After a few false starts I have finally got this years sweet peas underway. I have sown the left over seed from last year and made my order for the new varieties I want to try this year.
Sweet peas are a flower that take me right back to my childhood. My father always grew the very best sweet peas – long stemmed and sweetly scented. He was rigorous about cutting the flowers regularly, so our house was full of posies in the summer and his plants always seemed to continue producing for far longer than mine ever do.
Sweet peas are an early summer staple in my Cutting Garden. They look beautiful on their supports, flower abundantly and have that unmistakable scent when gathered together in a posy. My favourite colours are the pastel shades, but I always grow a few dark varieties for contrast in the vase.
This year I was delighted to find that Erin of Floret Flowers was posting a week long series all about how she chooses and grows sweet peas. From her posts I have ordered from a new source (Owl’s Acre Sweet Peas), soaked my seeds before sowing them and decided to stick mainly to the Spencer varieties as these seem to have the best scent and the longest stems.
As far as I am aware there are 3 main types of annual sweet peas – modern, heirloom and Spencer. Many of the modern sweet peas produce beautiful long stems but with little or no scent, so those are out for me. The heirloom varieties have much smaller flowers, although the scent is fantastic. I grew a lot of these last summer and will certainly include a few to grow over my arches again this summer, but the stem length and flower size was not really good enough for cutting. That leaves me with the Spencer varieties ( the preferred type for Erin at Floret Flower Farm). These have beautiful scent and large flowers on long stems – they are the ones that float my boat!
This year I have started by soaking the seeds left over from last year. You will see that these are all Sarah Raven seeds which flowered very successfully after a slow start last summer. The mix of heirloom and Spencer varieties I have soaking are:-
- Black Knight – crimson black
- Almost Black – very dark
- Lord Nelson – purple navy
- Matucana – magenta & purple
- Painted Lady – pale & dark pink
- Prince Edward of York – deep & pale pink
- Pink Panther – almond pink (from King’s Seeds)
After soaking overnight the seeds were sown two to a plug in the rootrainers that I have been using for the last four years. Rootrainers are long thin plastic pots and are ideal for peas, beans and sweet peas, which all have long root growth. I have sown 2 sections of each type of seed – that will be eight plugs in all with 2 seeds in each plug. If they all germinate I will plant 5 plugs of each variety in the Cutting Garden and the spare plugs can be given away. I may also try growing a few plants in the border in the greenhouse to see if that produces earlier flowers.
After sowing, the seeds are well watered and then placed in my heated propagator to germinate. As soon as they germinate I will move them onto the greenhouse staging and then into the cold frames to harden off before planting out (hopefully in March). When the plants are 6 inches tall I will prick out the growing tips to thicken them up and create bushy growth.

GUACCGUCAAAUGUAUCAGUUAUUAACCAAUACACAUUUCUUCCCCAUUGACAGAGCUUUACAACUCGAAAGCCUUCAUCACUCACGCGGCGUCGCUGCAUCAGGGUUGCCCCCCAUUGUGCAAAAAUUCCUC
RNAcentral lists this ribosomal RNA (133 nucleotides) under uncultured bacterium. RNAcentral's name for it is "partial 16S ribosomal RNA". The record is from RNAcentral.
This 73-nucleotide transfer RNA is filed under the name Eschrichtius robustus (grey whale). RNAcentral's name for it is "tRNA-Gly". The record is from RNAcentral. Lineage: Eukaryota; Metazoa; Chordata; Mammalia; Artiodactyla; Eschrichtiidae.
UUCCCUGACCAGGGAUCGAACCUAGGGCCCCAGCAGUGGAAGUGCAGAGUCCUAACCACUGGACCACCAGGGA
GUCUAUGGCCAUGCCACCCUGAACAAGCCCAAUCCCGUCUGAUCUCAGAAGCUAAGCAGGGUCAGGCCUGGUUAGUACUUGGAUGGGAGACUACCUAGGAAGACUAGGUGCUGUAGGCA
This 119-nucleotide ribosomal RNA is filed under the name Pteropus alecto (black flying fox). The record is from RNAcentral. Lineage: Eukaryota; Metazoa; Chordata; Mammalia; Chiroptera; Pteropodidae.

The varieties on order are:-
- Angela Ann – rose pink
- Anniversary – pink picotee
- Eclipse – Rich Mauve
- Gwendoline – magents pink
- Limelight – pale green
- Mollie Rilstone – pink picotee on ceam
- Mrs Bernard Jones – classic pink
- Sir Jimmy Shard – lilac stripes
- White Frills
- White Supreme
A few of these are new to me this year and I am particularly excited about Limelight – I have never seen a green sweet pea.
Sweet peas are hungry plants (you cannot expect huge growth and mountains of flowers without generous feeding). Whilst they are in their pots the compost will feed them for the first 6 weeks or so of growth. As they will remain in their pots for a few more weeks until conditions are suitable for planting out (they are hardy down to -5) I will start to add liquid seaweed to the watering can once a week.
During February (weather permitting) I will prepare their planting space. I use hazel sticks to create a support. In past years I have wound string around the sticks to provide a framework for them to scramble up, but this year I will be ordering jute netting from Agriframes for my sweet peas, peas and beans. It is much nicer than pea netting, which drives me to distraction as it knots itself around everything except my supports. At the end of the year it can be composted, which saves the frustrating task of trying to store unruly netting in a tidy way.
Before the hazel sticks are put in place a trench will be filled with kitchen waste saved for the purpose. This will rot down before the plugs are planted out and provide the good rich conditions that sweet peas love. After the plants have been transferred to their growing site they will need lots of regular watering and a weekly feed – I use maxi crop on all my flowers and vegetables. Once they start to flower I will continue feeding and watering, making sure all the flowers are cut off the plants at least once a week to stop them running to seed. With this regime they should still be flowering in September.
Sadly I seem to have missed photographing most of last years sweet peas – I could only find a few pictures to share with you. I am looking forward to putting that right this year! As I am planning to grow so many sweet peas this year (I am always greedy for more flowers than I can possibly use), I might set up a table by the gate to sell posies – who knows where it might lead.